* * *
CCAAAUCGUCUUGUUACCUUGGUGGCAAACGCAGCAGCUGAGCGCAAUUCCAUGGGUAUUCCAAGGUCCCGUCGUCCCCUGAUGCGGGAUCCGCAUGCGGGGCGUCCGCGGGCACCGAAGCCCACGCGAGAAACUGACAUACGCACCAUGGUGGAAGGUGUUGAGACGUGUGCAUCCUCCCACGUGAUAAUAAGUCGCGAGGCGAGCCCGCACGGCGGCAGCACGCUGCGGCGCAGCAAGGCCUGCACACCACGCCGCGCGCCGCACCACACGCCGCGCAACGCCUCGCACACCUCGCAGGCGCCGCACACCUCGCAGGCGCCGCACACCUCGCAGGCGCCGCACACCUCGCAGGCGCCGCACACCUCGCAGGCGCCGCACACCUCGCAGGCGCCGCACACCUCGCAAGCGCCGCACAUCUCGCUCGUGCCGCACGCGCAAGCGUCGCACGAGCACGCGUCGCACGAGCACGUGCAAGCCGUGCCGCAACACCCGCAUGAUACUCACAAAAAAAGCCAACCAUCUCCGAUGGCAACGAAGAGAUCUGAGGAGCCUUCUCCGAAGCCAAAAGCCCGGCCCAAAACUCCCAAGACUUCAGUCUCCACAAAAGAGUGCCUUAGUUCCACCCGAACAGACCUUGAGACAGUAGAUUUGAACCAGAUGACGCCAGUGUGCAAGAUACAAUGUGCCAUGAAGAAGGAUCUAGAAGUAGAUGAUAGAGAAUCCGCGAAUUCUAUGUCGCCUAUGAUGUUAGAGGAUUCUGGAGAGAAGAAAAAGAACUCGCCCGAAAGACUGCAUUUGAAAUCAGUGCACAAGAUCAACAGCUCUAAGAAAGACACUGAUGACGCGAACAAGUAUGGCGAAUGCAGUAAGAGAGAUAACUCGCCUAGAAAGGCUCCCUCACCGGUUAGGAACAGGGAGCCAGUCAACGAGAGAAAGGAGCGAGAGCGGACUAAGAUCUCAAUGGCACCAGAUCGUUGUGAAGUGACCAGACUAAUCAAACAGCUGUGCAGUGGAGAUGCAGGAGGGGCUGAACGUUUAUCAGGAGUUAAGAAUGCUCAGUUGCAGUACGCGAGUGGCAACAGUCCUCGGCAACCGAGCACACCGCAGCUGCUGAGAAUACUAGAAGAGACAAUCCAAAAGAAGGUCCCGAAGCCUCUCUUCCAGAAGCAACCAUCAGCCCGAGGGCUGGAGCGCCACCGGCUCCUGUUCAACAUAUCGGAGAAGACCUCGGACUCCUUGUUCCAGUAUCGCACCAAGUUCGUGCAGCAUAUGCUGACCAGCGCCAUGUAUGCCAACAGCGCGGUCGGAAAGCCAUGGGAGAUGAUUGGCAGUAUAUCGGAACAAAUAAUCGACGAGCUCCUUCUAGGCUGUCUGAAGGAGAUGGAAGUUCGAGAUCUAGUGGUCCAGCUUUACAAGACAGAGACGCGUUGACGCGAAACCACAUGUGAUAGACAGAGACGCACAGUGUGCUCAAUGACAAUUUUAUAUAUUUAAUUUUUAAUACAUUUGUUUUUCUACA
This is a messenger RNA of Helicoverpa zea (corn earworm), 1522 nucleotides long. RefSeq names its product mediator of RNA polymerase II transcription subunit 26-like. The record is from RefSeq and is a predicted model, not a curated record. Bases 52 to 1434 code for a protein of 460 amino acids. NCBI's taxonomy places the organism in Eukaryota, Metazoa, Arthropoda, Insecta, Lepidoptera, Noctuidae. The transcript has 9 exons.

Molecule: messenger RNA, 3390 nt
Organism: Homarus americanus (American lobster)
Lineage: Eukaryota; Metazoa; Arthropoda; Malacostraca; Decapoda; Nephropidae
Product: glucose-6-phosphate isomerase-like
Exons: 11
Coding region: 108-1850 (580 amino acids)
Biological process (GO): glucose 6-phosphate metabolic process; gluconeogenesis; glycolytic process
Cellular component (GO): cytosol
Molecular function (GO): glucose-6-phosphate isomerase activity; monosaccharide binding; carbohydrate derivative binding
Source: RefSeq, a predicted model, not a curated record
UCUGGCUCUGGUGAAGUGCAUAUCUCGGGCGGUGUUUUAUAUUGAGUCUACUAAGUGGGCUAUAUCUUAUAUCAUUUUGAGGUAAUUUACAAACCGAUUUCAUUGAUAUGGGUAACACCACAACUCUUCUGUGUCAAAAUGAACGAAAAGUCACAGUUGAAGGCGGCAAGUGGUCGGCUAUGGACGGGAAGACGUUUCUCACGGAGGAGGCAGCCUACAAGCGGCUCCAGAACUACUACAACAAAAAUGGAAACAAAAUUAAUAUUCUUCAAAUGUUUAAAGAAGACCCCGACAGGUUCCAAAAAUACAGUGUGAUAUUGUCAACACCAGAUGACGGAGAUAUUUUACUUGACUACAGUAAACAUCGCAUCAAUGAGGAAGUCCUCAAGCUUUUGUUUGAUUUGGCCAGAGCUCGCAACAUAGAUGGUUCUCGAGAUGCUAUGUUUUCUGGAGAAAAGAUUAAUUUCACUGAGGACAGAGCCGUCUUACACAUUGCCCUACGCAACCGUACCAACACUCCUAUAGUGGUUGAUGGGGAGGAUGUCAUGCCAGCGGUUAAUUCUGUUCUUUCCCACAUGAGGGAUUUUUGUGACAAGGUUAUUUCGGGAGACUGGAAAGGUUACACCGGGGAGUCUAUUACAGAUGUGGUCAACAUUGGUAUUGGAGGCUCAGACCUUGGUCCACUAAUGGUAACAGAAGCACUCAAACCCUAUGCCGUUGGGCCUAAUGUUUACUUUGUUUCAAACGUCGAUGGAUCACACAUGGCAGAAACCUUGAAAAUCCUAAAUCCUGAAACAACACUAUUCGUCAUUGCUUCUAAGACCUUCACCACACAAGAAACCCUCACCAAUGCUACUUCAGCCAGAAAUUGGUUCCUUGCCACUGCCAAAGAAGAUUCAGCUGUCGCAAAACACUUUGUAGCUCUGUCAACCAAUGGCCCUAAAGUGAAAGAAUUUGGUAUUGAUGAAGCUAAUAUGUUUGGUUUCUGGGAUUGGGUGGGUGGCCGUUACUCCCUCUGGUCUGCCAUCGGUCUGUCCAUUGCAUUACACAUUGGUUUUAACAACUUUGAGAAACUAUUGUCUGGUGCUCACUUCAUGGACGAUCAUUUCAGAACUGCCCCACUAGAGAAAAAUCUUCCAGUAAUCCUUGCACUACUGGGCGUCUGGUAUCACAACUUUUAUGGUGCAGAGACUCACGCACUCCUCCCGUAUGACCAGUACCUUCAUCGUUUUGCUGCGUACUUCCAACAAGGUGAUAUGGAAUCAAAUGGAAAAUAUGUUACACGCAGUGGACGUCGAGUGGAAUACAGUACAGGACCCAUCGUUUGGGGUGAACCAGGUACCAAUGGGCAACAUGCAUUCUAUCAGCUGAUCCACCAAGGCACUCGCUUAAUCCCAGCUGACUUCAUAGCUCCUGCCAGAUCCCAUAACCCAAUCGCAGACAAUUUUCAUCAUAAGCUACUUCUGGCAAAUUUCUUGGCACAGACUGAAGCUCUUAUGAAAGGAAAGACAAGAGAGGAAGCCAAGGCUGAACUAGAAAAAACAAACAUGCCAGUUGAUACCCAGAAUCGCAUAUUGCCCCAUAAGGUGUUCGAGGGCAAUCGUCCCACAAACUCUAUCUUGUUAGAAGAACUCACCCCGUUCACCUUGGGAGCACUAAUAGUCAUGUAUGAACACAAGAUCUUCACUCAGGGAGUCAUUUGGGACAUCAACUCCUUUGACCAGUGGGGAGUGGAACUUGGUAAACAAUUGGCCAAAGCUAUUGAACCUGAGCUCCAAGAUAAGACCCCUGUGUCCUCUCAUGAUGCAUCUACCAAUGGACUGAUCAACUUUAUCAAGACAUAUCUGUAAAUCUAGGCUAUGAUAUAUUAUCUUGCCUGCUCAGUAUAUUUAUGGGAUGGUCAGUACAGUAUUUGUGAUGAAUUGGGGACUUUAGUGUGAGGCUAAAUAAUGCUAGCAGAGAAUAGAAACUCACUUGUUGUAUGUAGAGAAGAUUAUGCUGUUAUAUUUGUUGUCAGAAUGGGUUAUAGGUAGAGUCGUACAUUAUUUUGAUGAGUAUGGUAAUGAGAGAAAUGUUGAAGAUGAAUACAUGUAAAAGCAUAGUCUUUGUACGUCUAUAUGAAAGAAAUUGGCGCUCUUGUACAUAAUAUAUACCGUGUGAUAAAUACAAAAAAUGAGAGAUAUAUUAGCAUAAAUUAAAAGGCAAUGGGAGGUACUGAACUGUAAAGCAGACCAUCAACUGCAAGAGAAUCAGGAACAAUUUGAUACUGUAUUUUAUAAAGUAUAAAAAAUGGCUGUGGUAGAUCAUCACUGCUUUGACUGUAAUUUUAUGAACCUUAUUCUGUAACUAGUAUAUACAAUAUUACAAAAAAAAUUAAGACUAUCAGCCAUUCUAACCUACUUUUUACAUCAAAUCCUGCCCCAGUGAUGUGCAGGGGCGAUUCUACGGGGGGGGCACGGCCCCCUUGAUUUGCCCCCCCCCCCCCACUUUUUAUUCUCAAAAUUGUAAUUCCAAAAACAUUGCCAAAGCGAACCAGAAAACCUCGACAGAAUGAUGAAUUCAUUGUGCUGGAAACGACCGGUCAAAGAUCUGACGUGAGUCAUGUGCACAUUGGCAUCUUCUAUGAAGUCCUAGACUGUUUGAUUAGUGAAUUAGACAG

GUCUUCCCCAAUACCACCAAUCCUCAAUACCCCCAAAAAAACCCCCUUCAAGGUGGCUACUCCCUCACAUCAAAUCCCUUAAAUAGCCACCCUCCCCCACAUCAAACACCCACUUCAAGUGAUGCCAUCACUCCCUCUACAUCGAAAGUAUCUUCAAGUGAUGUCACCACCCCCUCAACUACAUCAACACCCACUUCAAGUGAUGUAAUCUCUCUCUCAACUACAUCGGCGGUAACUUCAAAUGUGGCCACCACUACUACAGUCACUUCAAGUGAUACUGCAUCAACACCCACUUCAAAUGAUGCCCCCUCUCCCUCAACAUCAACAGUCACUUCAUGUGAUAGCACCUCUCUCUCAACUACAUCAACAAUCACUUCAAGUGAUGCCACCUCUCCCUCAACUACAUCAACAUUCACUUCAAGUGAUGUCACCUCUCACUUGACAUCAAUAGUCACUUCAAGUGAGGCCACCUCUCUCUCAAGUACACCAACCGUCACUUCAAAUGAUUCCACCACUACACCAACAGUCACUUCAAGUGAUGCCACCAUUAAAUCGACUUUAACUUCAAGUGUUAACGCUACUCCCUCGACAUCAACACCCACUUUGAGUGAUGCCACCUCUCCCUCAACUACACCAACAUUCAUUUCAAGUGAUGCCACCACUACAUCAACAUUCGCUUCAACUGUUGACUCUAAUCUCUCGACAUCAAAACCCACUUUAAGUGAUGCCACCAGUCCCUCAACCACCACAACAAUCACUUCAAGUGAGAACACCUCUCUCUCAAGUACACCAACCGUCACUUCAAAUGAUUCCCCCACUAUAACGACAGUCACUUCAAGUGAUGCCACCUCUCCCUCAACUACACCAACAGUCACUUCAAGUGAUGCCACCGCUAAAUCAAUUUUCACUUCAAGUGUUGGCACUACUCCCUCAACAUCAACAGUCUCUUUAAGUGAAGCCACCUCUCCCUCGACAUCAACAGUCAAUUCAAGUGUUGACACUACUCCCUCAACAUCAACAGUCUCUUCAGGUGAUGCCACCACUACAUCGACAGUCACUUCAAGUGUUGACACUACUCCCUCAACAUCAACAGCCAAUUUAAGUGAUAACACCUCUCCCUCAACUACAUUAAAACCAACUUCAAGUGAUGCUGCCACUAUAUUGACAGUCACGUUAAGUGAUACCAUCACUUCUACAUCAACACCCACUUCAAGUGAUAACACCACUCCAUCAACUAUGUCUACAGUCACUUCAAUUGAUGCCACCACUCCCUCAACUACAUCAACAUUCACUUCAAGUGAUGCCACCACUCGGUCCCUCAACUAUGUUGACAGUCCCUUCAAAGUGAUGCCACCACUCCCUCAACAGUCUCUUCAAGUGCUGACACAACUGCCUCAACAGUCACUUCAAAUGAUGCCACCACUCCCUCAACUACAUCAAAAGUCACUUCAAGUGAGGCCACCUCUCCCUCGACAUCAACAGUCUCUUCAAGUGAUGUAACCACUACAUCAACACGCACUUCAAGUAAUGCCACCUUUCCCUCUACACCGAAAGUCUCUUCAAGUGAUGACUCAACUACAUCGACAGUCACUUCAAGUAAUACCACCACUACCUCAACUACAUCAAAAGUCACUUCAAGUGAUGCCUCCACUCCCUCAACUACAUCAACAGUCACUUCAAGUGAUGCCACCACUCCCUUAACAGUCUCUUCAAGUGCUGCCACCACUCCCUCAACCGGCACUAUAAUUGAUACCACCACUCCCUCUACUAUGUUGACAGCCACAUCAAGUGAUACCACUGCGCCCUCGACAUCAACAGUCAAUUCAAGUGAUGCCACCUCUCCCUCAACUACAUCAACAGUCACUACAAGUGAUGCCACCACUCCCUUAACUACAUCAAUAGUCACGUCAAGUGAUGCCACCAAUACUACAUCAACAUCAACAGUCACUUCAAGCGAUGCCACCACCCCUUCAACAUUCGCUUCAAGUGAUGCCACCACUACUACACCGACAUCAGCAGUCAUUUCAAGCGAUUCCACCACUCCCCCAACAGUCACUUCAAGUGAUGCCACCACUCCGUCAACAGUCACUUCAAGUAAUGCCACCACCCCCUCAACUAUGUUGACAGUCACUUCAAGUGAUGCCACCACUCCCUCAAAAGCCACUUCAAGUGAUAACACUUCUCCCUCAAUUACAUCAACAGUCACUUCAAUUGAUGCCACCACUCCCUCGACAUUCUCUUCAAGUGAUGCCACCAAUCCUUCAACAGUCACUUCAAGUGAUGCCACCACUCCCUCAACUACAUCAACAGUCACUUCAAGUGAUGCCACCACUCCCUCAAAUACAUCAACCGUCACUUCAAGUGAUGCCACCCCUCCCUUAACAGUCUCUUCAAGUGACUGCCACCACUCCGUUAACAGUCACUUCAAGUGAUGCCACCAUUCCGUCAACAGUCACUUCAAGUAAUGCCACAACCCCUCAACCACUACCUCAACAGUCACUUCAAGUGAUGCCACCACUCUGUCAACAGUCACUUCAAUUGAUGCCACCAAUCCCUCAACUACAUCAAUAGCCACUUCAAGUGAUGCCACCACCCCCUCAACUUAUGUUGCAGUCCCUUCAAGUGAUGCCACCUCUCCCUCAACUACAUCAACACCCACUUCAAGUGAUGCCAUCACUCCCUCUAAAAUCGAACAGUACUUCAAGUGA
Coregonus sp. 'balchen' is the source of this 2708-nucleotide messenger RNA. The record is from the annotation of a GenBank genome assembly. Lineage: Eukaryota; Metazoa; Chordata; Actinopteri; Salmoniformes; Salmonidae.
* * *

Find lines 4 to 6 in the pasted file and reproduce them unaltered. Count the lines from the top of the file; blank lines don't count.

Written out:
Organism: Homarus americanus (American lobster)
Lineage: Eukaryota; Metazoa; Arthropoda; Malacostraca; Decapoda; Nephropidae
Product: glucose-6-phosphate isomerase-like